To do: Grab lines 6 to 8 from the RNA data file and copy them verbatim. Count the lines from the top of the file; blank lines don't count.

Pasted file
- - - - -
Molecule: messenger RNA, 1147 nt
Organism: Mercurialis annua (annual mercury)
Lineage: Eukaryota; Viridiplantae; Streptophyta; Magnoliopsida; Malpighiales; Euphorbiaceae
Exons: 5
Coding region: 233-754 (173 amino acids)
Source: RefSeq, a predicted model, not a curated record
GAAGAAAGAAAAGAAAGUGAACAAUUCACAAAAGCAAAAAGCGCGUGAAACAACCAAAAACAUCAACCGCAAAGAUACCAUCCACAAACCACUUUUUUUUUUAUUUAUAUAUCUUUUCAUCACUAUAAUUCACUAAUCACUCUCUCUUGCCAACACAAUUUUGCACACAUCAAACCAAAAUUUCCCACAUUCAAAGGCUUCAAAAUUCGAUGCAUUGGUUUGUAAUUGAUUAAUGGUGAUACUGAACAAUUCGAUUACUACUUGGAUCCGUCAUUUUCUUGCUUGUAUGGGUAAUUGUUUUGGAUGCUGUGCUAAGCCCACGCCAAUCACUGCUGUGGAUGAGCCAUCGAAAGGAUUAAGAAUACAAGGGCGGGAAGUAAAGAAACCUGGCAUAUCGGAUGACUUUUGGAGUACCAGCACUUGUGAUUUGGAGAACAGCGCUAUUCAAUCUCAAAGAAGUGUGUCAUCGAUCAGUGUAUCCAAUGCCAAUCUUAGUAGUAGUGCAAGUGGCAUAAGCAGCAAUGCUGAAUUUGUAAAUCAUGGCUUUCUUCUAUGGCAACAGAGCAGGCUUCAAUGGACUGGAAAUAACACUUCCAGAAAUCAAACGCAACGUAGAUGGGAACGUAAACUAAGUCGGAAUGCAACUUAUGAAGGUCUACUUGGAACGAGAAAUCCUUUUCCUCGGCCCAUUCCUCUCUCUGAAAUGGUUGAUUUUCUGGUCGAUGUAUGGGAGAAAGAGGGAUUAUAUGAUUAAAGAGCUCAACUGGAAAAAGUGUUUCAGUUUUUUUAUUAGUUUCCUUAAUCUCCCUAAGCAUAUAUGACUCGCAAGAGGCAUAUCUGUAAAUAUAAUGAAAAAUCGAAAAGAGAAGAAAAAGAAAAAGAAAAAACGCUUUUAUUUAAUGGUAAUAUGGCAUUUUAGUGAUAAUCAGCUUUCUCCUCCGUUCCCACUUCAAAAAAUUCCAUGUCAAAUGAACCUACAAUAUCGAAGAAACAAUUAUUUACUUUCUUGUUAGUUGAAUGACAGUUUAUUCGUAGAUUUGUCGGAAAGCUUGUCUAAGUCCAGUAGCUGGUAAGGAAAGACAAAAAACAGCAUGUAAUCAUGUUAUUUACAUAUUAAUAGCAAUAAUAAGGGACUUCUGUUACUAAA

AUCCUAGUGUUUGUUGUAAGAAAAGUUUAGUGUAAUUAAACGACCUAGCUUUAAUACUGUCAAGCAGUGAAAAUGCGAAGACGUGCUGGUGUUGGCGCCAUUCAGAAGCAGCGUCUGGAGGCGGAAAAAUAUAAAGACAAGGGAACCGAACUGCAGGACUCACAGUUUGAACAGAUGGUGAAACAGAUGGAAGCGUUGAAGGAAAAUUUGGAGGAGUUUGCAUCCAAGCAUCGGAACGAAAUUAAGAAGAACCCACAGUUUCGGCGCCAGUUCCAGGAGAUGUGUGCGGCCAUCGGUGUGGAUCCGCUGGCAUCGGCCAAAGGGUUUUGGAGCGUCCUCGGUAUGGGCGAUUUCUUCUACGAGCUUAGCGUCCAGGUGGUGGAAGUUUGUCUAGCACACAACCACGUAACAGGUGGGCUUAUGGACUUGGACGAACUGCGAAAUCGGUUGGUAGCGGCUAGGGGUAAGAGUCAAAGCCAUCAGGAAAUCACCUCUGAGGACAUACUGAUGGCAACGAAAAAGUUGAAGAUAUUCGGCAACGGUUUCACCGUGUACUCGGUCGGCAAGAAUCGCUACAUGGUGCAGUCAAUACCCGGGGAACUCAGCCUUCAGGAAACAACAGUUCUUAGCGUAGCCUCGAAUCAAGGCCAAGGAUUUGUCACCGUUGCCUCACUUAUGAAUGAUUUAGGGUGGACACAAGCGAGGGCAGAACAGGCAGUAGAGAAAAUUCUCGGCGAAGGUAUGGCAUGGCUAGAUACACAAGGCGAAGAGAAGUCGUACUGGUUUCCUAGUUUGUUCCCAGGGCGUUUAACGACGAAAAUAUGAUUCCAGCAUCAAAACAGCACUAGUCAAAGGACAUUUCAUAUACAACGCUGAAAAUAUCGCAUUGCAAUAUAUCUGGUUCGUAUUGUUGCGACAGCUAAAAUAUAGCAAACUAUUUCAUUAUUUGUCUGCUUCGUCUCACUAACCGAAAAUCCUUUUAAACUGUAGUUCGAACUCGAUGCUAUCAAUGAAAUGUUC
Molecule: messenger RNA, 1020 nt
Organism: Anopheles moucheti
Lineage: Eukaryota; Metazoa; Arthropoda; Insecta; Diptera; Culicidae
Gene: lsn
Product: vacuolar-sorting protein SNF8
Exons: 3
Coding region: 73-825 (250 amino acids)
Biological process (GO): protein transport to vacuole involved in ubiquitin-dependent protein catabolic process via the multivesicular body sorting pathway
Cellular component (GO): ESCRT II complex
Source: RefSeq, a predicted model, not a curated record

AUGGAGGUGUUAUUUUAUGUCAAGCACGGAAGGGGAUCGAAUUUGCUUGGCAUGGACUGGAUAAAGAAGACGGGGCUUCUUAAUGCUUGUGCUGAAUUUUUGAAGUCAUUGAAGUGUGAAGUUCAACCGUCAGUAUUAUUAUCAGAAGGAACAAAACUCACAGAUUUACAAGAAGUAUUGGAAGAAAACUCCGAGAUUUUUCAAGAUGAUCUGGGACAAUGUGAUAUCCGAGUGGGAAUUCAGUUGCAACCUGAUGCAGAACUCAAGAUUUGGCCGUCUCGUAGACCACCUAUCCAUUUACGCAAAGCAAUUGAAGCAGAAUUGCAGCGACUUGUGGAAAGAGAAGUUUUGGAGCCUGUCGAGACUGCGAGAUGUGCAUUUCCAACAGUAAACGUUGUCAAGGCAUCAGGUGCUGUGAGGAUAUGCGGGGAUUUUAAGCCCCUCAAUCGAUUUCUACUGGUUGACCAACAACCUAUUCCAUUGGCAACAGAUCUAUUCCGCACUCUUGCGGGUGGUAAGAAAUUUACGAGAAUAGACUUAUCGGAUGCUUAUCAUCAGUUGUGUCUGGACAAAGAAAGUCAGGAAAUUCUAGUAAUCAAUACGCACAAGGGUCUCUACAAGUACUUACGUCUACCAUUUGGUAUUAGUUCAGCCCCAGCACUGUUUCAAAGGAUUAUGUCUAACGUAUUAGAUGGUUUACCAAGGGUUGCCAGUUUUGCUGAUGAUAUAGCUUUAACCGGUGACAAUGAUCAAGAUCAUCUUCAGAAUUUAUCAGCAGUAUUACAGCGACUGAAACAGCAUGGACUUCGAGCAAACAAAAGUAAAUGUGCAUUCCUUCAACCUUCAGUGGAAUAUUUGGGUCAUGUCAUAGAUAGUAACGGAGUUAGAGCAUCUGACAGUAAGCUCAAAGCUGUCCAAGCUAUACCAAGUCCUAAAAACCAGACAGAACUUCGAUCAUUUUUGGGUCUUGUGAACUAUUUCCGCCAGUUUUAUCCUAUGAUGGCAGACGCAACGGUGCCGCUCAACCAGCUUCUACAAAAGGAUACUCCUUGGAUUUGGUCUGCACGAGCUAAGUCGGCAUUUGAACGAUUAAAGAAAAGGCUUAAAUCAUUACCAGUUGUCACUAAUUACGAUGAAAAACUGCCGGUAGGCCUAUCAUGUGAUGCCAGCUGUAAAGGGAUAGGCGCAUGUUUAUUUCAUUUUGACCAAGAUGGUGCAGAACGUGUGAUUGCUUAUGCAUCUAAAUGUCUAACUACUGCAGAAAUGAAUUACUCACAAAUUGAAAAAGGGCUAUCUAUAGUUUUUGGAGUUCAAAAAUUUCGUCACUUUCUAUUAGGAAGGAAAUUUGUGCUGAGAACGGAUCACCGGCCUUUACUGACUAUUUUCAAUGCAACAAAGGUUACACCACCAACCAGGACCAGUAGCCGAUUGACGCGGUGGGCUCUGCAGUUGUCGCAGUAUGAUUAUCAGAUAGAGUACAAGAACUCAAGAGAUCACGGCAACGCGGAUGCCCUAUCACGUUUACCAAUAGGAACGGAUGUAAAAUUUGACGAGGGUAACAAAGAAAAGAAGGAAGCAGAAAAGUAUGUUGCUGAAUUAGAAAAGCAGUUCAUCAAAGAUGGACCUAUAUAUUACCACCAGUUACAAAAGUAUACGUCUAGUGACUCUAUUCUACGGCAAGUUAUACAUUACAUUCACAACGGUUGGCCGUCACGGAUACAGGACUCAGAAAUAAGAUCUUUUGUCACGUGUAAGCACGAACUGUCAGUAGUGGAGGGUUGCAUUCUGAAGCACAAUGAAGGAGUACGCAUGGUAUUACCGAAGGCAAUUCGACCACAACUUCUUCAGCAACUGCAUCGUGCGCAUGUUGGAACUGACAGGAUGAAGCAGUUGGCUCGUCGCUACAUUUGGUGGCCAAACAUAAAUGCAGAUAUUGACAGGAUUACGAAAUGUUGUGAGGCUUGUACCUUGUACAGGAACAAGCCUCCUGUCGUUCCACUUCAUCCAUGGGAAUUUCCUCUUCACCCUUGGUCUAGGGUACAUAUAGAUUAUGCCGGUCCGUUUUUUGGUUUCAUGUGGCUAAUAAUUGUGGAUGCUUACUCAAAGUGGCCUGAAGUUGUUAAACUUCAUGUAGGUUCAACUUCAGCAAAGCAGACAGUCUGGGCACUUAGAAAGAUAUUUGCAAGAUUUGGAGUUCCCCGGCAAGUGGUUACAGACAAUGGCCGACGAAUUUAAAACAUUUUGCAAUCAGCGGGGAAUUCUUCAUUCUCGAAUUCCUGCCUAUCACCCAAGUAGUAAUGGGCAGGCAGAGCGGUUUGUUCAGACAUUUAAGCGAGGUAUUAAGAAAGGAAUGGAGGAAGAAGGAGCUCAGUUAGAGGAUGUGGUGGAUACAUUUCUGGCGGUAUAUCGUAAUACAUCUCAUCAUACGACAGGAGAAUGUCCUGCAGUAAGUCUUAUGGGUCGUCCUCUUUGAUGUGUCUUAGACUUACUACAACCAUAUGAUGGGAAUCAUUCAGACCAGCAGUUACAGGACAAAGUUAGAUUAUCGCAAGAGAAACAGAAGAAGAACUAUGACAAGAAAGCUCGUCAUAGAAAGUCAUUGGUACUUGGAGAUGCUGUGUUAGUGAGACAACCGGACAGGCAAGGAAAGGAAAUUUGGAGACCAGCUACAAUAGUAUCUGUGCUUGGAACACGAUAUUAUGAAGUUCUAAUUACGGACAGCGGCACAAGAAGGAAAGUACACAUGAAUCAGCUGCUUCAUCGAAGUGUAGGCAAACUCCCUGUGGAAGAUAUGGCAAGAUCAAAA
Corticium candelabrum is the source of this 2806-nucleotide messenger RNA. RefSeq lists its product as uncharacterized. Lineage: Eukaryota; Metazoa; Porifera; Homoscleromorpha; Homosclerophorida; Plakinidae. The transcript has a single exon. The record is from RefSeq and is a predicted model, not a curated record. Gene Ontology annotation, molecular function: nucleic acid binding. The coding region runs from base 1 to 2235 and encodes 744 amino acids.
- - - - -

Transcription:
Source: RefSeq, a predicted model, not a curated record
GAAGAAAGAAAAGAAAGUGAACAAUUCACAAAAGCAAAAAGCGCGUGAAACAACCAAAAACAUCAACCGCAAAGAUACCAUCCACAAACCACUUUUUUUUUUAUUUAUAUAUCUUUUCAUCACUAUAAUUCACUAAUCACUCUCUCUUGCCAACACAAUUUUGCACACAUCAAACCAAAAUUUCCCACAUUCAAAGGCUUCAAAAUUCGAUGCAUUGGUUUGUAAUUGAUUAAUGGUGAUACUGAACAAUUCGAUUACUACUUGGAUCCGUCAUUUUCUUGCUUGUAUGGGUAAUUGUUUUGGAUGCUGUGCUAAGCCCACGCCAAUCACUGCUGUGGAUGAGCCAUCGAAAGGAUUAAGAAUACAAGGGCGGGAAGUAAAGAAACCUGGCAUAUCGGAUGACUUUUGGAGUACCAGCACUUGUGAUUUGGAGAACAGCGCUAUUCAAUCUCAAAGAAGUGUGUCAUCGAUCAGUGUAUCCAAUGCCAAUCUUAGUAGUAGUGCAAGUGGCAUAAGCAGCAAUGCUGAAUUUGUAAAUCAUGGCUUUCUUCUAUGGCAACAGAGCAGGCUUCAAUGGACUGGAAAUAACACUUCCAGAAAUCAAACGCAACGUAGAUGGGAACGUAAACUAAGUCGGAAUGCAACUUAUGAAGGUCUACUUGGAACGAGAAAUCCUUUUCCUCGGCCCAUUCCUCUCUCUGAAAUGGUUGAUUUUCUGGUCGAUGUAUGGGAGAAAGAGGGAUUAUAUGAUUAAAGAGCUCAACUGGAAAAAGUGUUUCAGUUUUUUUAUUAGUUUCCUUAAUCUCCCUAAGCAUAUAUGACUCGCAAGAGGCAUAUCUGUAAAUAUAAUGAAAAAUCGAAAAGAGAAGAAAAAGAAAAAGAAAAAACGCUUUUAUUUAAUGGUAAUAUGGCAUUUUAGUGAUAAUCAGCUUUCUCCUCCGUUCCCACUUCAAAAAAUUCCAUGUCAAAUGAACCUACAAUAUCGAAGAAACAAUUAUUUACUUUCUUGUUAGUUGAAUGACAGUUUAUUCGUAGAUUUGUCGGAAAGCUUGUCUAAGUCCAGUAGCUGGUAAGGAAAGACAAAAAACAGCAUGUAAUCAUGUUAUUUACAUAUUAAUAGCAAUAAUAAGGGACUUCUGUUACUAAA

AUCCUAGUGUUUGUUGUAAGAAAAGUUUAGUGUAAUUAAACGACCUAGCUUUAAUACUGUCAAGCAGUGAAAAUGCGAAGACGUGCUGGUGUUGGCGCCAUUCAGAAGCAGCGUCUGGAGGCGGAAAAAUAUAAAGACAAGGGAACCGAACUGCAGGACUCACAGUUUGAACAGAUGGUGAAACAGAUGGAAGCGUUGAAGGAAAAUUUGGAGGAGUUUGCAUCCAAGCAUCGGAACGAAAUUAAGAAGAACCCACAGUUUCGGCGCCAGUUCCAGGAGAUGUGUGCGGCCAUCGGUGUGGAUCCGCUGGCAUCGGCCAAAGGGUUUUGGAGCGUCCUCGGUAUGGGCGAUUUCUUCUACGAGCUUAGCGUCCAGGUGGUGGAAGUUUGUCUAGCACACAACCACGUAACAGGUGGGCUUAUGGACUUGGACGAACUGCGAAAUCGGUUGGUAGCGGCUAGGGGUAAGAGUCAAAGCCAUCAGGAAAUCACCUCUGAGGACAUACUGAUGGCAACGAAAAAGUUGAAGAUAUUCGGCAACGGUUUCACCGUGUACUCGGUCGGCAAGAAUCGCUACAUGGUGCAGUCAAUACCCGGGGAACUCAGCCUUCAGGAAACAACAGUUCUUAGCGUAGCCUCGAAUCAAGGCCAAGGAUUUGUCACCGUUGCCUCACUUAUGAAUGAUUUAGGGUGGACACAAGCGAGGGCAGAACAGGCAGUAGAGAAAAUUCUCGGCGAAGGUAUGGCAUGGCUAGAUACACAAGGCGAAGAGAAGUCGUACUGGUUUCCUAGUUUGUUCCCAGGGCGUUUAACGACGAAAAUAUGAUUCCAGCAUCAAAACAGCACUAGUCAAAGGACAUUUCAUAUACAACGCUGAAAAUAUCGCAUUGCAAUAUAUCUGGUUCGUAUUGUUGCGACAGCUAAAAUAUAGCAAACUAUUUCAUUAUUUGUCUGCUUCGUCUCACUAACCGAAAAUCCUUUUAAACUGUAGUUCGAACUCGAUGCUAUCAAUGAAAUGUUC